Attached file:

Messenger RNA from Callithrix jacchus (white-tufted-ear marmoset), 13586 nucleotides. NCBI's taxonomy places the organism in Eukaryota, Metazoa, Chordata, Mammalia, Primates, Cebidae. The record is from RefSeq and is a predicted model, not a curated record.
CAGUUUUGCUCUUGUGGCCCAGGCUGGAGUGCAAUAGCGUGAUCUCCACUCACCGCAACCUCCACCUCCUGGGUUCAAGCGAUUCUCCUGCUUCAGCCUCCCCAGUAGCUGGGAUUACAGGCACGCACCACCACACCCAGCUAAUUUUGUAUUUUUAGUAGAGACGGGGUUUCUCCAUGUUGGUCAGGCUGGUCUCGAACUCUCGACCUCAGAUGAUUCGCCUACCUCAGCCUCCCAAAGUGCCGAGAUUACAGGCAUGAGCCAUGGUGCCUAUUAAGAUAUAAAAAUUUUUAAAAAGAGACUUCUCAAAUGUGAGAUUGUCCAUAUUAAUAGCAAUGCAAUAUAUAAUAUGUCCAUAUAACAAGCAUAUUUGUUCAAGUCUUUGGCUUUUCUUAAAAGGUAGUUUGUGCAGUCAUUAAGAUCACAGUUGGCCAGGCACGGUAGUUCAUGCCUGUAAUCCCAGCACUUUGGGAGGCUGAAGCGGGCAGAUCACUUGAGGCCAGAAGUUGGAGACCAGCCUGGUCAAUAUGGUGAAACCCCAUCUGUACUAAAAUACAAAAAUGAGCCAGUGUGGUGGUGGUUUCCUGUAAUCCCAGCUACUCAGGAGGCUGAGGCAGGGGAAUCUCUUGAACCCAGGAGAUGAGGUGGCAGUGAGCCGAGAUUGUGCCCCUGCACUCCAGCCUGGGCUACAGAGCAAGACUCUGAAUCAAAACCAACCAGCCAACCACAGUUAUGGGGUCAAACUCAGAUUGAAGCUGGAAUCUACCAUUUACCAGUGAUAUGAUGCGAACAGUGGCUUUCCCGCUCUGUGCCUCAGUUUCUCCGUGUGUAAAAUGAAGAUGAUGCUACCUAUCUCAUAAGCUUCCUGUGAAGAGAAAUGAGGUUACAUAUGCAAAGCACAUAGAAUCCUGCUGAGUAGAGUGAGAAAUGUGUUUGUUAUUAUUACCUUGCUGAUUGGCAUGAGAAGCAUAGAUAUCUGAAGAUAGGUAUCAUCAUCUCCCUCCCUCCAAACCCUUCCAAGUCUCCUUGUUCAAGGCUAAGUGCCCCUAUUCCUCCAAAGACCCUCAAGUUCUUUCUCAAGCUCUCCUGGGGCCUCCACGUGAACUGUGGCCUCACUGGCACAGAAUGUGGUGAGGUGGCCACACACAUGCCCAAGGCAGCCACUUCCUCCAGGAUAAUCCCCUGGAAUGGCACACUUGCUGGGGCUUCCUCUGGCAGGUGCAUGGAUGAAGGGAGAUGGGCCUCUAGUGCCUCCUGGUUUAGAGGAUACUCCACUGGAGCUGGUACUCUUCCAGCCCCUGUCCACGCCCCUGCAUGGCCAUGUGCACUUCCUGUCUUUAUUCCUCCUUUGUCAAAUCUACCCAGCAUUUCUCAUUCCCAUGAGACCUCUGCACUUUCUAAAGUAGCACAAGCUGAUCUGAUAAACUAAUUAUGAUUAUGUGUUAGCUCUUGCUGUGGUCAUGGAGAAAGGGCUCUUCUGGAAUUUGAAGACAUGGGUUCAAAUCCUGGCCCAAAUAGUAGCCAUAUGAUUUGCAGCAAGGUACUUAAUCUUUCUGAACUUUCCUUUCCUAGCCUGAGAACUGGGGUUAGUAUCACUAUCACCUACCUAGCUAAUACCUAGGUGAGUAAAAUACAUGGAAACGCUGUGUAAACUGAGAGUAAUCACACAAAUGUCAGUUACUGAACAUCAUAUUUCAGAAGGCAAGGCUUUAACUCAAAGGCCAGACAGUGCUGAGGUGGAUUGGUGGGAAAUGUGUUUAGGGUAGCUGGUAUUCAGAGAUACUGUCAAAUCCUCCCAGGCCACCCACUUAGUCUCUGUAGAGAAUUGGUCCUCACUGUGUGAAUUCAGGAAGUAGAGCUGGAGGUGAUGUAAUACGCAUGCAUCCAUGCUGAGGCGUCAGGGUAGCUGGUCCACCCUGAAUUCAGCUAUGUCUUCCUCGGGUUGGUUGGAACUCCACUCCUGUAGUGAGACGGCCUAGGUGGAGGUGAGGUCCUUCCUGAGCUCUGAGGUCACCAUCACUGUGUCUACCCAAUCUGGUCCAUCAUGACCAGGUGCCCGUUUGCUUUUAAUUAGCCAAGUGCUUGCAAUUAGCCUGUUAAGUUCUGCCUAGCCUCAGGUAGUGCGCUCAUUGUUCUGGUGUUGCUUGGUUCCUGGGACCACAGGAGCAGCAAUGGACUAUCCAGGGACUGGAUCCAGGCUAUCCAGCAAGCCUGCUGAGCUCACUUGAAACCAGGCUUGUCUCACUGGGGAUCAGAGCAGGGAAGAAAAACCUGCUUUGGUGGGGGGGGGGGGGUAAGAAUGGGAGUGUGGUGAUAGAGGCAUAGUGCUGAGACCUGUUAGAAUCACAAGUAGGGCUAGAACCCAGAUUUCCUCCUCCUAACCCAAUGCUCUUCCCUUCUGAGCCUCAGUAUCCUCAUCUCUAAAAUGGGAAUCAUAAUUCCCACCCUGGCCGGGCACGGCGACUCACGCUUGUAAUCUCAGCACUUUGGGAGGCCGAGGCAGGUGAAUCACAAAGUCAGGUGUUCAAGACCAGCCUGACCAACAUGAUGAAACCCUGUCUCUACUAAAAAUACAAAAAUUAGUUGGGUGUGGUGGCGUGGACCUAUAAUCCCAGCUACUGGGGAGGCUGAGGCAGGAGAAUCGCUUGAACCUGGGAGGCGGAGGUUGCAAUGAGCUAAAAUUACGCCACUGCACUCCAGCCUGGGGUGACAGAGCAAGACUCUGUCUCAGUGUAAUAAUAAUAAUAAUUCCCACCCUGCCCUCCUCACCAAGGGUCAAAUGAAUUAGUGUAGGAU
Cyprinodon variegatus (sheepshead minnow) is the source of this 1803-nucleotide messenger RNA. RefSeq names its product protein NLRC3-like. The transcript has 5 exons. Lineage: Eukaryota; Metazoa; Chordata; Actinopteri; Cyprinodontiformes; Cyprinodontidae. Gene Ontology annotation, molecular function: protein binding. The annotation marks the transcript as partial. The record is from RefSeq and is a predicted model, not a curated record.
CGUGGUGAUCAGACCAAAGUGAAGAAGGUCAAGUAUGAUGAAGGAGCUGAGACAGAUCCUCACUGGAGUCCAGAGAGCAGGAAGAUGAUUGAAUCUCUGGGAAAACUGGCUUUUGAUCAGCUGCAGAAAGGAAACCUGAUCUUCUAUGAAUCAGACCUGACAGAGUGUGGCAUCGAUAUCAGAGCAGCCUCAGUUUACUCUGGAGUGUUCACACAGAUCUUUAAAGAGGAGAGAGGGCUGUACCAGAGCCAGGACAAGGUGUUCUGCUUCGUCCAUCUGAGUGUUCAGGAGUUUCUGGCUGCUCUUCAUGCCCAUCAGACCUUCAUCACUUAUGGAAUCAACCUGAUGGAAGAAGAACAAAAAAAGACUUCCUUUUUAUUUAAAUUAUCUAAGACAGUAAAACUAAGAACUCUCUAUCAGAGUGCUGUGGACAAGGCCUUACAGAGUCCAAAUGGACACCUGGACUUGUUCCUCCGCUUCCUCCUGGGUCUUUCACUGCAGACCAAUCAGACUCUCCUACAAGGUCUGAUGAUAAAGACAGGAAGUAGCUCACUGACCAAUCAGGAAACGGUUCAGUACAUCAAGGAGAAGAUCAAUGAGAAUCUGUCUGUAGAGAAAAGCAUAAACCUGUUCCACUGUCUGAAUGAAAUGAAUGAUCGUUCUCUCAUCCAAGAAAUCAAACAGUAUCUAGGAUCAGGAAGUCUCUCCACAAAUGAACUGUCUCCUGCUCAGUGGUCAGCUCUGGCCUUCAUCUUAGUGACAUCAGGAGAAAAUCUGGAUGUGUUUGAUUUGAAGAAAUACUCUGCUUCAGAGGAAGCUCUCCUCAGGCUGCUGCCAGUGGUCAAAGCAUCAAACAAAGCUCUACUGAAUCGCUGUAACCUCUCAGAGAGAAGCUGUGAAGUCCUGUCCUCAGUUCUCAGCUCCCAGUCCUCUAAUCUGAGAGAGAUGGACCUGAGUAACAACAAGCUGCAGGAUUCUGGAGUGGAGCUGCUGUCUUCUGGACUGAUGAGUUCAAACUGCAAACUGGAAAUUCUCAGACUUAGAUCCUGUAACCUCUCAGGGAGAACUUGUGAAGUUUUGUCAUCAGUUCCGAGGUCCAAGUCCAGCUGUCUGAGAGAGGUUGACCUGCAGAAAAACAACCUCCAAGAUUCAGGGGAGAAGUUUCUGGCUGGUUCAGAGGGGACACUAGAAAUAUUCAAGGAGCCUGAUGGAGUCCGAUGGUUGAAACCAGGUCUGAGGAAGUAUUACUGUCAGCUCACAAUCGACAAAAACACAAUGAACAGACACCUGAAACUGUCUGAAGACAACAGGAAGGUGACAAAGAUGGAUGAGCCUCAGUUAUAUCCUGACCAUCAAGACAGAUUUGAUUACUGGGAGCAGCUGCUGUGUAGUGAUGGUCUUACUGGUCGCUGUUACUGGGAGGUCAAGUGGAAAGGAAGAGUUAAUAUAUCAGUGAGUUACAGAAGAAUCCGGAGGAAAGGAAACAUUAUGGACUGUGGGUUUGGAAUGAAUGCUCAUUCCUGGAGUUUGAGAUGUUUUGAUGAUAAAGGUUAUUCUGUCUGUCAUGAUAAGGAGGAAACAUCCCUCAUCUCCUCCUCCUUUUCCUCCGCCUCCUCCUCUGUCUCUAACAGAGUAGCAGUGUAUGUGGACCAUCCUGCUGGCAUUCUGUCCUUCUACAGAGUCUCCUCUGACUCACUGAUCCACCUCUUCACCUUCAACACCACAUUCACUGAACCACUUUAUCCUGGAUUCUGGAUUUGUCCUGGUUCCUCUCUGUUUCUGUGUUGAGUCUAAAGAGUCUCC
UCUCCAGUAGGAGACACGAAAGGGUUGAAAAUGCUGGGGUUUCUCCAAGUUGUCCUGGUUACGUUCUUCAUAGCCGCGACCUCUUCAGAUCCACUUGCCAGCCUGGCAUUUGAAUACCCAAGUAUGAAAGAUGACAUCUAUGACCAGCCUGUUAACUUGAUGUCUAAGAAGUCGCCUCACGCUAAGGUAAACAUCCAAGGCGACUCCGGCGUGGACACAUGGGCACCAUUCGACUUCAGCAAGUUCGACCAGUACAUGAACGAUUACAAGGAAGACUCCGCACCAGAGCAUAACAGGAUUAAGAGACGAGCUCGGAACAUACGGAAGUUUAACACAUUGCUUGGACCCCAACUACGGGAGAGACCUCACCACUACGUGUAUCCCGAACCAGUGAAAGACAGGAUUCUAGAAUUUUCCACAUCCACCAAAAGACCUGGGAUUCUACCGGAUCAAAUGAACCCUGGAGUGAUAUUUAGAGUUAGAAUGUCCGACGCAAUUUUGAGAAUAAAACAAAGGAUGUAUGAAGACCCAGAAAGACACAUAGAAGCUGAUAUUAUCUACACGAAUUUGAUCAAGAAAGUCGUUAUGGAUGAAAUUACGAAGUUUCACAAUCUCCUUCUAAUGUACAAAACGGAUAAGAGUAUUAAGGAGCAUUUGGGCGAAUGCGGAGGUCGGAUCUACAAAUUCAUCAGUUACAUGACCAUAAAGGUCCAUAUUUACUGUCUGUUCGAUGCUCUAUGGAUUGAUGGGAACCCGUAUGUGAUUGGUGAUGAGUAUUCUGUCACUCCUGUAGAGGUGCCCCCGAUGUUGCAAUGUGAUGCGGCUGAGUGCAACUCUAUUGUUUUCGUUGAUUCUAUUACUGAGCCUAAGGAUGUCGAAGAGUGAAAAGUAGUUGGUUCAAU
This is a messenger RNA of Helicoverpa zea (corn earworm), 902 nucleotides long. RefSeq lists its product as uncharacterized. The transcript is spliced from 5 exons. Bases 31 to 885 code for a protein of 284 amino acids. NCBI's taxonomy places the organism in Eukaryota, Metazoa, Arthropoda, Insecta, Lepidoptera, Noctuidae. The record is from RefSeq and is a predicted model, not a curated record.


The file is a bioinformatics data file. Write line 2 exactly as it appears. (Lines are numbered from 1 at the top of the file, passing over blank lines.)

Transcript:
CAGUUUUGCUCUUGUGGCCCAGGCUGGAGUGCAAUAGCGUGAUCUCCACUCACCGCAACCUCCACCUCCUGGGUUCAAGCGAUUCUCCUGCUUCAGCCUCCCCAGUAGCUGGGAUUACAGGCACGCACCACCACACCCAGCUAAUUUUGUAUUUUUAGUAGAGACGGGGUUUCUCCAUGUUGGUCAGGCUGGUCUCGAACUCUCGACCUCAGAUGAUUCGCCUACCUCAGCCUCCCAAAGUGCCGAGAUUACAGGCAUGAGCCAUGGUGCCUAUUAAGAUAUAAAAAUUUUUAAAAAGAGACUUCUCAAAUGUGAGAUUGUCCAUAUUAAUAGCAAUGCAAUAUAUAAUAUGUCCAUAUAACAAGCAUAUUUGUUCAAGUCUUUGGCUUUUCUUAAAAGGUAGUUUGUGCAGUCAUUAAGAUCACAGUUGGCCAGGCACGGUAGUUCAUGCCUGUAAUCCCAGCACUUUGGGAGGCUGAAGCGGGCAGAUCACUUGAGGCCAGAAGUUGGAGACCAGCCUGGUCAAUAUGGUGAAACCCCAUCUGUACUAAAAUACAAAAAUGAGCCAGUGUGGUGGUGGUUUCCUGUAAUCCCAGCUACUCAGGAGGCUGAGGCAGGGGAAUCUCUUGAACCCAGGAGAUGAGGUGGCAGUGAGCCGAGAUUGUGCCCCUGCACUCCAGCCUGGGCUACAGAGCAAGACUCUGAAUCAAAACCAACCAGCCAACCACAGUUAUGGGGUCAAACUCAGAUUGAAGCUGGAAUCUACCAUUUACCAGUGAUAUGAUGCGAACAGUGGCUUUCCCGCUCUGUGCCUCAGUUUCUCCGUGUGUAAAAUGAAGAUGAUGCUACCUAUCUCAUAAGCUUCCUGUGAAGAGAAAUGAGGUUACAUAUGCAAAGCACAUAGAAUCCUGCUGAGUAGAGUGAGAAAUGUGUUUGUUAUUAUUACCUUGCUGAUUGGCAUGAGAAGCAUAGAUAUCUGAAGAUAGGUAUCAUCAUCUCCCUCCCUCCAAACCCUUCCAAGUCUCCUUGUUCAAGGCUAAGUGCCCCUAUUCCUCCAAAGACCCUCAAGUUCUUUCUCAAGCUCUCCUGGGGCCUCCACGUGAACUGUGGCCUCACUGGCACAGAAUGUGGUGAGGUGGCCACACACAUGCCCAAGGCAGCCACUUCCUCCAGGAUAAUCCCCUGGAAUGGCACACUUGCUGGGGCUUCCUCUGGCAGGUGCAUGGAUGAAGGGAGAUGGGCCUCUAGUGCCUCCUGGUUUAGAGGAUACUCCACUGGAGCUGGUACUCUUCCAGCCCCUGUCCACGCCCCUGCAUGGCCAUGUGCACUUCCUGUCUUUAUUCCUCCUUUGUCAAAUCUACCCAGCAUUUCUCAUUCCCAUGAGACCUCUGCACUUUCUAAAGUAGCACAAGCUGAUCUGAUAAACUAAUUAUGAUUAUGUGUUAGCUCUUGCUGUGGUCAUGGAGAAAGGGCUCUUCUGGAAUUUGAAGACAUGGGUUCAAAUCCUGGCCCAAAUAGUAGCCAUAUGAUUUGCAGCAAGGUACUUAAUCUUUCUGAACUUUCCUUUCCUAGCCUGAGAACUGGGGUUAGUAUCACUAUCACCUACCUAGCUAAUACCUAGGUGAGUAAAAUACAUGGAAACGCUGUGUAAACUGAGAGUAAUCACACAAAUGUCAGUUACUGAACAUCAUAUUUCAGAAGGCAAGGCUUUAACUCAAAGGCCAGACAGUGCUGAGGUGGAUUGGUGGGAAAUGUGUUUAGGGUAGCUGGUAUUCAGAGAUACUGUCAAAUCCUCCCAGGCCACCCACUUAGUCUCUGUAGAGAAUUGGUCCUCACUGUGUGAAUUCAGGAAGUAGAGCUGGAGGUGAUGUAAUACGCAUGCAUCCAUGCUGAGGCGUCAGGGUAGCUGGUCCACCCUGAAUUCAGCUAUGUCUUCCUCGGGUUGGUUGGAACUCCACUCCUGUAGUGAGACGGCCUAGGUGGAGGUGAGGUCCUUCCUGAGCUCUGAGGUCACCAUCACUGUGUCUACCCAAUCUGGUCCAUCAUGACCAGGUGCCCGUUUGCUUUUAAUUAGCCAAGUGCUUGCAAUUAGCCUGUUAAGUUCUGCCUAGCCUCAGGUAGUGCGCUCAUUGUUCUGGUGUUGCUUGGUUCCUGGGACCACAGGAGCAGCAAUGGACUAUCCAGGGACUGGAUCCAGGCUAUCCAGCAAGCCUGCUGAGCUCACUUGAAACCAGGCUUGUCUCACUGGGGAUCAGAGCAGGGAAGAAAAACCUGCUUUGGUGGGGGGGGGGGGGUAAGAAUGGGAGUGUGGUGAUAGAGGCAUAGUGCUGAGACCUGUUAGAAUCACAAGUAGGGCUAGAACCCAGAUUUCCUCCUCCUAACCCAAUGCUCUUCCCUUCUGAGCCUCAGUAUCCUCAUCUCUAAAAUGGGAAUCAUAAUUCCCACCCUGGCCGGGCACGGCGACUCACGCUUGUAAUCUCAGCACUUUGGGAGGCCGAGGCAGGUGAAUCACAAAGUCAGGUGUUCAAGACCAGCCUGACCAACAUGAUGAAACCCUGUCUCUACUAAAAAUACAAAAAUUAGUUGGGUGUGGUGGCGUGGACCUAUAAUCCCAGCUACUGGGGAGGCUGAGGCAGGAGAAUCGCUUGAACCUGGGAGGCGGAGGUUGCAAUGAGCUAAAAUUACGCCACUGCACUCCAGCCUGGGGUGACAGAGCAAGACUCUGUCUCAGUGUAAUAAUAAUAAUAAUUCCCACCCUGCCCUCCUCACCAAGGGUCAAAUGAAUUAGUGUAGGAU